The goal of "well-being for all" has its own UN-supported metric: the Human Development Index (HDI), which was created by Indian economist Amartha Sen, with his Pakistani colleague and former finance minister Mahbub ul Haq, to provide an alternative to national income as a standard of development. HDI is based on the life expectancy, education and income of a nation’s residents. On a scale of zero to one, UNDP defines 0.7 as the threshold for a high level of development (0.8 for very high development).
The requirement "within the means of nature" is tracked by the Ecological Footprint. At current population levels, our planet has only 1.7 global hectares (gha) of biologically productive surface area per person. Thus, the average Ecological Footprint per person worldwide needs to fall significantly below this threshold if we want to accommodate larger human populations and also provide space for wild species to thrive.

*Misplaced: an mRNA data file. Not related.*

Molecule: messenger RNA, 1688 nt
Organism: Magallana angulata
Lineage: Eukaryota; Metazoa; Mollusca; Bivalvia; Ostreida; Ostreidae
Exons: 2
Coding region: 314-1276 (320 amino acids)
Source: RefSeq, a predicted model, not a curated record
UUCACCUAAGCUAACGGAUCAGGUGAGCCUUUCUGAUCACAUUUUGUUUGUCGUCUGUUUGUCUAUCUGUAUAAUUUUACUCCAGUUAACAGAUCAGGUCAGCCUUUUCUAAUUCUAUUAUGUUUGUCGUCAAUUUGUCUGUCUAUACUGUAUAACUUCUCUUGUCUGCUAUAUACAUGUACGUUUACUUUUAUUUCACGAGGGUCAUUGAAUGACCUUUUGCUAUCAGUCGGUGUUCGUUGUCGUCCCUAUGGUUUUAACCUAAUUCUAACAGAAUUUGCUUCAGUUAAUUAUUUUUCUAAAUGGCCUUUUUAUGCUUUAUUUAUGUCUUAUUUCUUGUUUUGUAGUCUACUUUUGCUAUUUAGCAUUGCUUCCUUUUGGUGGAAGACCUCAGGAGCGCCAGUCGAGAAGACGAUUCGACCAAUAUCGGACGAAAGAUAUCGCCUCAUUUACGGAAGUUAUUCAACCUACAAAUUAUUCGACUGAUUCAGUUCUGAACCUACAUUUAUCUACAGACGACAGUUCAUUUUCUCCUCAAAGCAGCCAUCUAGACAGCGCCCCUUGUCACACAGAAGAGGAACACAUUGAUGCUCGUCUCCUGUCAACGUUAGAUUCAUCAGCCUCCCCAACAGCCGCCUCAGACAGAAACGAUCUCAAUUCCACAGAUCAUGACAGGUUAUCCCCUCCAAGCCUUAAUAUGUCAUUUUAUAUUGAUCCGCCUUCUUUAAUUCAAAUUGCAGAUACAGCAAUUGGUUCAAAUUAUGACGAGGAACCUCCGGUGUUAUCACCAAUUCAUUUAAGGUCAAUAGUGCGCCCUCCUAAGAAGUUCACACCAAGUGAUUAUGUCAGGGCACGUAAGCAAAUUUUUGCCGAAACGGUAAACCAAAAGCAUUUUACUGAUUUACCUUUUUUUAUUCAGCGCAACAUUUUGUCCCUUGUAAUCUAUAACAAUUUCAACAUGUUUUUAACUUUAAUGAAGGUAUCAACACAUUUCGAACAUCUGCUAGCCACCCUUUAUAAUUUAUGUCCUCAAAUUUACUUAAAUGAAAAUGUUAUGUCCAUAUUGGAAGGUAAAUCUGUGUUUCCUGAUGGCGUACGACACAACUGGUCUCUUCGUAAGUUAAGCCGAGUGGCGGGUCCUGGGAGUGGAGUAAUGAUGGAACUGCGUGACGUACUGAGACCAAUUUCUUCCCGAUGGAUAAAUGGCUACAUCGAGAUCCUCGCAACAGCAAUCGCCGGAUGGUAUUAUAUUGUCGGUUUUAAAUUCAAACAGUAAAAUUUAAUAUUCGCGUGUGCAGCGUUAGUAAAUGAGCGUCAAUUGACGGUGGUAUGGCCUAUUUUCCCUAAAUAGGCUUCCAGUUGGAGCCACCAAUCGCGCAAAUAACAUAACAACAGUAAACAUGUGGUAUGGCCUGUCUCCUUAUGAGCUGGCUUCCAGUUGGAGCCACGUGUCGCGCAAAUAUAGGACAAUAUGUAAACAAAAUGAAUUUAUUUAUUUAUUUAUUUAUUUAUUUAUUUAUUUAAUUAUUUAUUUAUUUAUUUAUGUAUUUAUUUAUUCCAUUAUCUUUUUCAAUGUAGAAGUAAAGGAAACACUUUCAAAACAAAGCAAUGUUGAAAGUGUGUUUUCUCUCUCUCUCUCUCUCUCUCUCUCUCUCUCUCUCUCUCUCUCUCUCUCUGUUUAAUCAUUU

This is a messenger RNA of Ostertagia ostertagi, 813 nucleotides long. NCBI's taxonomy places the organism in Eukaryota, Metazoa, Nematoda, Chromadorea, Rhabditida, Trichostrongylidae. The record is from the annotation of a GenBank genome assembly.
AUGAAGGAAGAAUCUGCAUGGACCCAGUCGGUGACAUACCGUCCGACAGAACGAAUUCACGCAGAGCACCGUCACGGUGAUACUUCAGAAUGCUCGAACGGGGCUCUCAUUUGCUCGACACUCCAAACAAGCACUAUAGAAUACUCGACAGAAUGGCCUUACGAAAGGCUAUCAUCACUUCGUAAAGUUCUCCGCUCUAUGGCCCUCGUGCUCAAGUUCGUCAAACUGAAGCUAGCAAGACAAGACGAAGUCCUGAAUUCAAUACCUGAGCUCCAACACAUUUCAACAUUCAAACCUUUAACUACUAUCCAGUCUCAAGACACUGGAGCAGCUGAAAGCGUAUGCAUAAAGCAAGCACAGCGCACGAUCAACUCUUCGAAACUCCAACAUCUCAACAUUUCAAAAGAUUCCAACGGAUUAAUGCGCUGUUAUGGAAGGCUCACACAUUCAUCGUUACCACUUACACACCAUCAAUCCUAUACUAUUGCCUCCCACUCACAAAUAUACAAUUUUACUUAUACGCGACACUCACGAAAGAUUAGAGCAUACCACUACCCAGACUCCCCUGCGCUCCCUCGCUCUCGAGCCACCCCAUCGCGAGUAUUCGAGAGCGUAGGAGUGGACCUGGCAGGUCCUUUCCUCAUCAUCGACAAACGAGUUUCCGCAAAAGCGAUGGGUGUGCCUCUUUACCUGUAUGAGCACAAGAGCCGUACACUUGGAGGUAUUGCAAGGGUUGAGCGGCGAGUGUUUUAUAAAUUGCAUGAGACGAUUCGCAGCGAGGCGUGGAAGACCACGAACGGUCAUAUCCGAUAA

All of us want high HDIs for everybody AND we need to make sure we stay within the regenerative capacity of the planet. These two thresholds define two minimum criteria for global sustainable development—an average Footprint (significantly) lower than 1.7 gha per person and an HDI of at least 0.7. Each nation’s endowment and ability to trade vary enormously. However, to achieve global sustainable development, humanity’s demand, at current population levels, has to fall below an average of 1.7 gha per person.
Is it possible to provide high human development within our planet’s resource budget?
Eight countries have shown us it is possible, according to the latest data (2011). Algeria, Colombia, Ecuador, Georgia, Jamaica, Jordan and Sri Lanka show "high human development" (as calculated by the United Nations) with a resource demand (Ecological Footprint) that could be extended to every world citizen. One nation, Cuba, even achieves "very high human development" (its HDI ranks in the top 35 countries among 170 featured; see below) while keeping its resource demand per person lower than per-person global biocapacity.
Resource risk is acute for 71 percent of the global population